There are plenty of stray threads to pull here, but let’s start with the statue that came down last year, when slave trader Edward Colston was dunked in the Bristol docks.

Colston transported into slavery some 84,000 Africans, around 19,000 of whom died, their bodies thrown to the sharks that followed slave ships. It had long been the wrong statue in the wrong place, and its presence affronted many in the multi-racial city.

But there is more to it that than. This statue was erected in 1895, more than 170 years after Colston’s death and more than 60 years after slavery was abolished in Britain.

It was hauled up by local businessmen who wished to paint over that shameful panel in their city’s history.

As such, you could easily say that statue was a lie that rewrote history.

The historian David Olusoga has argued that “this was not an attack on history. This is history. It is one of those rare historic moments whose arrival means things can never go back to how they were”.

Robert Jenrick seems to see history as something fixed and set in stone and marble. Perhaps there is a slogan lying around somewhere: “Get history done.”

Better, surely, to see history as an ever-evolving story, one that is constantly being rewritten thanks to new discoveries, fresh interpretations, and the different sensibilities of each age.

What Jenrick is really saying is that there is one version of history, and it’s the one that proclaims everything about Britain is and always has been marvellous and stain-free.

Trouble is, that’s not history. It’s propaganda fancy-dressed as history.

Jenrick says history should “be studied, not censored”. What does that even mean? Well, if it means anything, it means you will stick with the officially preferred version of history and not investigate the family’s grubby secrets.

Attempting to brush off slave trading or the cruelties of Empire as “just of those things than happened” – or trying not to mention those dark patches at all – is itself a form of censorship. Robert Jenrick doesn’t seem to understand that inherent contradiction.

Anyway, I’m off to discover how you go about becoming a woke militant. Sounds like it could be fun.



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Jacob Rees-Mogg and a spurious tale of fishy patriotism…

It’s been a trying week for everyone. So I was heartened to hear our fish are feeling perky about Brexit. How reassuring to know things are working out for one section of the community.

We know this because the leader of the House of Commons told us. Jacob Rees-Mogg stood up in the House and said: “The key is we’ve got our fish back. They’re now British fish and they are better and happier fish for it.”

Actually spoke those clearly deranged words out loud, while smirking at his own marvellousness. Then sat down triumphantly, having just kippered his opponents with the brilliance of his argument.

If that’s real life, no wonder satire is flapping about and gasping for air on the quayside.

Still, we can rest easy in the knowledge that Rees-Mogg will have done his research rather than having just fired off this bit of political stand-up. He’ll have been out there with snorkel and notebook, interviewing the fish and handing out union jack waistcoats by way of congratulation.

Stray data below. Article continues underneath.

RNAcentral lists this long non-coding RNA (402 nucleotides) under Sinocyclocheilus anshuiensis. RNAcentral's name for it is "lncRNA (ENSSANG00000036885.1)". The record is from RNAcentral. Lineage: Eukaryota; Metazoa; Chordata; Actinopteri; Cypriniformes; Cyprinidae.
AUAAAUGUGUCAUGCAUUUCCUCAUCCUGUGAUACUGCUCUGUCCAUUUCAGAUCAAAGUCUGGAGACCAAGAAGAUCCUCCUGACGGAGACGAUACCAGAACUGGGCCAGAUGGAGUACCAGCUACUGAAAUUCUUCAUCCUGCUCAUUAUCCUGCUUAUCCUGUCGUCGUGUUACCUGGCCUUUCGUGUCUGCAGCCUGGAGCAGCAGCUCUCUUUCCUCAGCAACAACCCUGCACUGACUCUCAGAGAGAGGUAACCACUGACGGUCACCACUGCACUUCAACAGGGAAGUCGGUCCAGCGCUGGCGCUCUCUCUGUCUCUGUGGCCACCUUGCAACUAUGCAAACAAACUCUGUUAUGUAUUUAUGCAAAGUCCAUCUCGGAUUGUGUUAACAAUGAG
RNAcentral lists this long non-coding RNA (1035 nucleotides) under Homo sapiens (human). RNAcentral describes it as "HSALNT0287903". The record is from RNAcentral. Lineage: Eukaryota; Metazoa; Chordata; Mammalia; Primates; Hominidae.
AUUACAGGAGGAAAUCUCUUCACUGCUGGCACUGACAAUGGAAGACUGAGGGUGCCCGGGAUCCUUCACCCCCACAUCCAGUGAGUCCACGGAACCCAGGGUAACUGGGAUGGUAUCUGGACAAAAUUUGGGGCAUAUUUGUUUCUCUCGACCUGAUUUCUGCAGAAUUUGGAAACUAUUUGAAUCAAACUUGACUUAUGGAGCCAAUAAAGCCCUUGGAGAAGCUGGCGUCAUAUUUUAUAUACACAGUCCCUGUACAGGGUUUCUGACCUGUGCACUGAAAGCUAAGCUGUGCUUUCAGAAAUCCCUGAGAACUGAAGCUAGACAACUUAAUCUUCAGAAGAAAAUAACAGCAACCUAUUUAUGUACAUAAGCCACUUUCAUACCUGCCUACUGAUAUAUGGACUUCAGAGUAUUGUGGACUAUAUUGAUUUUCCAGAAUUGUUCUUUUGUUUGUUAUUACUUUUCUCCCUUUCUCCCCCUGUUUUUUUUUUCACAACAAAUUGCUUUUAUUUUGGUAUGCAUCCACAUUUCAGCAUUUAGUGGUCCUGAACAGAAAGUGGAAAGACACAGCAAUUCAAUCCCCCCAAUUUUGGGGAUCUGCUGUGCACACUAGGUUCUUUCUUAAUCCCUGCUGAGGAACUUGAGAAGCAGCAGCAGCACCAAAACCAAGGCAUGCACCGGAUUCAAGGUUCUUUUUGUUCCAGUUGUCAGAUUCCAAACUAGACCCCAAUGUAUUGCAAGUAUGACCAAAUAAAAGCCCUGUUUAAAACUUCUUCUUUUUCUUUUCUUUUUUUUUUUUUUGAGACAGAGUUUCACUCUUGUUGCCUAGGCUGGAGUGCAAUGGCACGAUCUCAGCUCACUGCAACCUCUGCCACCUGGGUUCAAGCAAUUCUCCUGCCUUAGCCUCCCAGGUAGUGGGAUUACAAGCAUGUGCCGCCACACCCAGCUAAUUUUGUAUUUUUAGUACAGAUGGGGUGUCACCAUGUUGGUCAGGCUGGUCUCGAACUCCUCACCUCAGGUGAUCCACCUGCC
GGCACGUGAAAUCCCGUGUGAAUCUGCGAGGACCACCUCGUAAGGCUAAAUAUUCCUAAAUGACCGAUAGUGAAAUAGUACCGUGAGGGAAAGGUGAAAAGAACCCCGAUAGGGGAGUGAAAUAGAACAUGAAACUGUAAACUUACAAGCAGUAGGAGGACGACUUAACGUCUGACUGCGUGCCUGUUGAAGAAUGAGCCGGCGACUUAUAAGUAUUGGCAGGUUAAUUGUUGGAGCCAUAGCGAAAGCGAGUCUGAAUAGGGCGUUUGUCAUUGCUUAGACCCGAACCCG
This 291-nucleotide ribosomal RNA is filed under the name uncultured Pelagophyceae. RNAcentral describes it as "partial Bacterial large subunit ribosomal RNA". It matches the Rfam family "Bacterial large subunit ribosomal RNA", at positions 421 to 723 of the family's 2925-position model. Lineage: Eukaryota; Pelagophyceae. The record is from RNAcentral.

His little joke is perhaps spoilt by the fact that fish are famous for their swimming. This form of watery propulsion conveys them from one place to another, without even the need for a silly blue passport.

And I don’t wish to go all existential on you, but do you think a fish knows it’s a British fish at all? Perhaps it’s one of those mysteries, akin to whether Jacob Rees-Mog actually realises he’s a supercilious posh boy millionaire who would be better keeping his mouth in the shut position on almost all occasions.

And does the Britishness of fish apply also to birds? Much better to know that the herring gull that just shat on your head was a happy British gull and not some Frenchie interloper.

Although if any passing gulls, British or otherwise, happen to be heading to Somerset, here’s a helpful suggestion: the top of Jacob Rees-Mogg’s skull would make a splendid target.

The trouble with trying to be amusing about Jacob Rees-Mogg is that deep down, or even shallow up, there is nothing funny about him at all. What sort of a country wants a nasty right-wing millionaire crackpot representing us? But silly me. He doesn’t represent us: he represents himself and the interests of those like him.

Or so a passing fish just told me. This patriotic plaice was swimming away from our shores at the time.

To make his claptrap about proud British fish even worse, Rees-Mogg made that remark as Scottish seafood exporters discovered the not so good side to that Brexit deal Boris Johnson boasted about. Is it possible that the prime minister signed that deal without having read the small print; or even the big print?

With their catch caught up in Brexit red-tape, they face bankruptcy with only a warehouse full of rotten seafood as compensation. And as Brexit blows a hole in their livelihoods, all Rees-Mogg can do is make silly jokes about British fish.

Some minor government minister or other, and really life’s too short to find out who it was, pointed to teething troubles. As the dentist said while leaning over you in order to extract your last remaining molar.